Hey James - let me start by saying I am a true fan of Color of Change and have much respect for everything you've done for the movement. But right now your arguments don't make a lot of sense, and you need to check your facts.
First off, all of the civil rights groups and the CBC have been big supporters of ensuring that companies cannot control the content and applications that people can access online. In fact, the civil rights groups fought hard to make sure the FCC developed the principles of net neutrality--this is nothing new, we've been living with net neutrality since 2004. Those principles made it possible for you to create Color of Change and for Senator Barack Obama to become President Obama. You should thank the people that helped make it all happen. Instead you question their sincerity.
We all know the fight today is between Google and the ISPs. And just because the arguments you make sound just like those made by Google and Public Knowledge, it doesn't make you a bad guy. What I don't understand though is why you are criticizing people who are looking for answers. You seem surprised that the CBC and civil right leaders are concerned that when the big companies fight each other the under served may lose?
Don't you think the FCC should answer the questions raised by the civil rights leaders and CBC? Why is it wrong to ask the FCC to make sure the rules they are proposing will not widen the digital divide? Why is it wrong to ask the FCC to make sure the rules they develop will not lead to regressive pricing which would shackle poor people? Why is it wrong to ask that the costs be borne by the people that cause them and not by the underserved? Why are you so afraid of the answers to these questions?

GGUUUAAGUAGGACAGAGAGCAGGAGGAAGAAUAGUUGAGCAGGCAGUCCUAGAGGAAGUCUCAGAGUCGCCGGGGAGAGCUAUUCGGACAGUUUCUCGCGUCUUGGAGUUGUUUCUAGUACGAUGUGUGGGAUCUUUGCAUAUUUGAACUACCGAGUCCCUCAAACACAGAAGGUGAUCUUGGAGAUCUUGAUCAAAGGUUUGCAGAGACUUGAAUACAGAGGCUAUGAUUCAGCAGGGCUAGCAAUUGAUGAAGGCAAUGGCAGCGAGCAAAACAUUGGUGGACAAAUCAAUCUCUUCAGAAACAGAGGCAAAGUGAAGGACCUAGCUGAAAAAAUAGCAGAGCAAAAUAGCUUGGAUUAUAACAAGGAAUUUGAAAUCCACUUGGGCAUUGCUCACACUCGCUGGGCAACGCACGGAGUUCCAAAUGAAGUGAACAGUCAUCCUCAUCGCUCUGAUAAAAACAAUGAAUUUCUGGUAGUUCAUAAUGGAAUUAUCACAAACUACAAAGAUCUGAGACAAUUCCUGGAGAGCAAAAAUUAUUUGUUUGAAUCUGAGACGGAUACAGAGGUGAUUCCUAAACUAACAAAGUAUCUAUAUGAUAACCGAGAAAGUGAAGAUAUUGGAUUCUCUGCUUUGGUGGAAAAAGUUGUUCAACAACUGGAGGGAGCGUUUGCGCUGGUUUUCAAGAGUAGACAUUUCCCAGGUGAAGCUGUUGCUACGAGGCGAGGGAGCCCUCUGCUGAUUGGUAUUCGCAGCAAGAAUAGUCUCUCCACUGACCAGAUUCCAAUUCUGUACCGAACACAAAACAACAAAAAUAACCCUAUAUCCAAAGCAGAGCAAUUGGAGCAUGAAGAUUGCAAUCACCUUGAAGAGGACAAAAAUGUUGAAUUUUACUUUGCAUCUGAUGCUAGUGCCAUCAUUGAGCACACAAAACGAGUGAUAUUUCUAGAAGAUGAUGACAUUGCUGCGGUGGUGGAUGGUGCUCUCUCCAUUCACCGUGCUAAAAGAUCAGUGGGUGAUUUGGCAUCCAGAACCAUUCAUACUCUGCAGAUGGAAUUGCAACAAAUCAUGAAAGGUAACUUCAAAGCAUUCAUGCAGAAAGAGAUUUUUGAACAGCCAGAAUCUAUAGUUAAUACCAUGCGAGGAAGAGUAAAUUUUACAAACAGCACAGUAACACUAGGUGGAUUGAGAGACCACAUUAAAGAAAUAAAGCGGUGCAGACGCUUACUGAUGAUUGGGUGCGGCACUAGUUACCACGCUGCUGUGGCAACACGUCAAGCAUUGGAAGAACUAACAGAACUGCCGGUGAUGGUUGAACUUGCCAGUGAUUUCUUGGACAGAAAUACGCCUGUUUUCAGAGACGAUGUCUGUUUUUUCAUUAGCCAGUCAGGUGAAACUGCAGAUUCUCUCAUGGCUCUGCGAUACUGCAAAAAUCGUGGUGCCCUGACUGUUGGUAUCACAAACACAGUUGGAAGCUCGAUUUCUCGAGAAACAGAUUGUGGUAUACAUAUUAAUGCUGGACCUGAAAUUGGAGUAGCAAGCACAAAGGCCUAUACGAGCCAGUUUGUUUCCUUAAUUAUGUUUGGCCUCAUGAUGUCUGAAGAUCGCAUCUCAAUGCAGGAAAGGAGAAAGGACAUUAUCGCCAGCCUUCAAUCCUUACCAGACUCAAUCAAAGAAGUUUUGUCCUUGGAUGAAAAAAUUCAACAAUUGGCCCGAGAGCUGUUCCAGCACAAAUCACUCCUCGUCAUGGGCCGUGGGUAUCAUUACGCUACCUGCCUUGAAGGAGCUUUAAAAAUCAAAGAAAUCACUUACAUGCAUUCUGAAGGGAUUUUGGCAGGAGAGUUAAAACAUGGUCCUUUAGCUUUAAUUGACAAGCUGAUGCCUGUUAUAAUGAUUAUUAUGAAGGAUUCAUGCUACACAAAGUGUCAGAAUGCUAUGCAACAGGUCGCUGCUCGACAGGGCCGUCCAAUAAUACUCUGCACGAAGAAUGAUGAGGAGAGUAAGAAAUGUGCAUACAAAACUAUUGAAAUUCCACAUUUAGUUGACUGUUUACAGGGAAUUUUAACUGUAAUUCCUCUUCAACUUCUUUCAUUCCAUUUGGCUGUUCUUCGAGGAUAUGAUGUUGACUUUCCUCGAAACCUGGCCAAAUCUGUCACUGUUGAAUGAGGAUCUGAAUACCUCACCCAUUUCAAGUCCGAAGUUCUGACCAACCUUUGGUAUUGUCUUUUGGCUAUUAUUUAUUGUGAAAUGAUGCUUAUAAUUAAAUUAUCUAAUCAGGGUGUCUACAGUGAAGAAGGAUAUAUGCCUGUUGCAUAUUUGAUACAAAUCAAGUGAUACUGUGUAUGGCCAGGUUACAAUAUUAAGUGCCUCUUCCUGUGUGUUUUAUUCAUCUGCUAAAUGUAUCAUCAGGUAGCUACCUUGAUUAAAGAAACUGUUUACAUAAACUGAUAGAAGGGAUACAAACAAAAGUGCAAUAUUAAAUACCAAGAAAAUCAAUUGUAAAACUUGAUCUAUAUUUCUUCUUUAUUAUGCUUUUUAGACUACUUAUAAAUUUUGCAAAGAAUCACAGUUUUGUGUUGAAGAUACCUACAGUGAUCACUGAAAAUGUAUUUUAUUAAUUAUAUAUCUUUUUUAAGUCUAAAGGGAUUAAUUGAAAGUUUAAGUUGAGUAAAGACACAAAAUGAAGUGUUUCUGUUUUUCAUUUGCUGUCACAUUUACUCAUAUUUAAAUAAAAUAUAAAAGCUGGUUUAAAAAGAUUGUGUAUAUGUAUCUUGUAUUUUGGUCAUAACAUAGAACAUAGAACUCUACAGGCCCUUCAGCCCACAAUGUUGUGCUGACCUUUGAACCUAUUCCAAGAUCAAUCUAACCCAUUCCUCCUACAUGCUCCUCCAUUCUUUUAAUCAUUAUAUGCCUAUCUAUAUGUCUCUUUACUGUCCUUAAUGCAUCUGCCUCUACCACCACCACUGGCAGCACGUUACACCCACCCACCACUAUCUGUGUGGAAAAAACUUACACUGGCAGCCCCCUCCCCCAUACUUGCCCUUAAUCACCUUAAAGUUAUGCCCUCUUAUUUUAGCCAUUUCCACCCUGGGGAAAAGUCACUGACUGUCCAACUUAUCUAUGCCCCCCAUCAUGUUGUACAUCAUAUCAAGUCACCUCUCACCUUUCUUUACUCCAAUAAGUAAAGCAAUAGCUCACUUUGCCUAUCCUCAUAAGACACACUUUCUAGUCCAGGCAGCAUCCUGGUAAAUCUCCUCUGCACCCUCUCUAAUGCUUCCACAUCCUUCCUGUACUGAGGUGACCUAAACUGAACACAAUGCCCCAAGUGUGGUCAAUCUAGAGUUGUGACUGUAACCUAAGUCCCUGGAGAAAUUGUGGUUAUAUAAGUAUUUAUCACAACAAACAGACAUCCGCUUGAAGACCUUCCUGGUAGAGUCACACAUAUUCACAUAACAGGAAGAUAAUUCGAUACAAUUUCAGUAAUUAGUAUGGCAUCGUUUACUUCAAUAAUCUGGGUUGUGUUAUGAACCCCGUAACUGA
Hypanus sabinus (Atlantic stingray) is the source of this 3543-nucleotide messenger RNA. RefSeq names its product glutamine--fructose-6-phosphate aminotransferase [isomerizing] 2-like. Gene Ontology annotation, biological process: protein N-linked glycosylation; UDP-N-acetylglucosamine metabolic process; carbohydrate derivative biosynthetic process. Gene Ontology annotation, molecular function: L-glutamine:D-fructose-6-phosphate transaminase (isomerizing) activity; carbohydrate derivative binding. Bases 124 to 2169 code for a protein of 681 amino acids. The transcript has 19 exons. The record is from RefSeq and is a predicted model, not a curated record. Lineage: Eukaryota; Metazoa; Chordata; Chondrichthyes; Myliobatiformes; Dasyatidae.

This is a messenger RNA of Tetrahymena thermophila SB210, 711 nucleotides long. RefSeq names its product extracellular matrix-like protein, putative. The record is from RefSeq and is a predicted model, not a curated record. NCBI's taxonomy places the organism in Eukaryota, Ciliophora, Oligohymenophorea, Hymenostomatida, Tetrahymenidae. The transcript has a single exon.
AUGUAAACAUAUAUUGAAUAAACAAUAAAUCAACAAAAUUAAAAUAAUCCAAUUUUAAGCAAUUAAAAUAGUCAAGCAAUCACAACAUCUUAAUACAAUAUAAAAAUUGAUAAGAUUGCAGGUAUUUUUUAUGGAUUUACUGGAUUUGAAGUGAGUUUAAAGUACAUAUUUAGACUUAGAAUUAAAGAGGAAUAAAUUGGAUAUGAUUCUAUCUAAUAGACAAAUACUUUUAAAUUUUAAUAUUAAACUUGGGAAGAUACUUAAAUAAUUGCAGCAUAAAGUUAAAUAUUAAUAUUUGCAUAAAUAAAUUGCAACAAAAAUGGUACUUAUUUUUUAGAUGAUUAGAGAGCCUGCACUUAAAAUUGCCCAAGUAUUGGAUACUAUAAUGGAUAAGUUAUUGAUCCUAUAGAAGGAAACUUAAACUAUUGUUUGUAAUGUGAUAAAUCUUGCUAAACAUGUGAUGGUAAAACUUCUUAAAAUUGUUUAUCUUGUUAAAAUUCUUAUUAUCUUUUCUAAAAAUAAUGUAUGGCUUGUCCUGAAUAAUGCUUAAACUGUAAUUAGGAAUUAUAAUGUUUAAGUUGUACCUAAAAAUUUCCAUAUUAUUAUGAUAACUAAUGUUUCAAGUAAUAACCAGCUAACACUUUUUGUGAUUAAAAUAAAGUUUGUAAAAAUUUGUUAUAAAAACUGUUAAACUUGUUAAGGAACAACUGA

Maybe you don't quite grasp why minority leadership is vexed. Perhaps you're too young to understand why many of our elders, who've given their lives and wear the scars of the struggle, feel the need to seek the truth. You might not understand why they don't trust the FCC to get it right. Understandable mistakes if this is your first foray into media and communications issues...but there is a long history behind their deep skepticism and it makes sense that they would question the FCC on its intended course of action.
With all due respect to Commissioner Clyburn since this isn't her fault--have you checked out the FCC's record on minorities and women - on EEO enforcement (none lately), on saving Black radio (won't even hold a damn hearing), even on multilingual emergency broadcasting (no movement since Katrina)? Please take a look - the FCC has failed miserably. Yet you are willing to put our fate in their hands without question?
Instead of playing this game of whose side is better and which argument is right, why don't we join forces and seek the truth together? If our fears are not justified then we all win. If our fears are justified, then they must be addressed. We have too much at stake to not to get this right.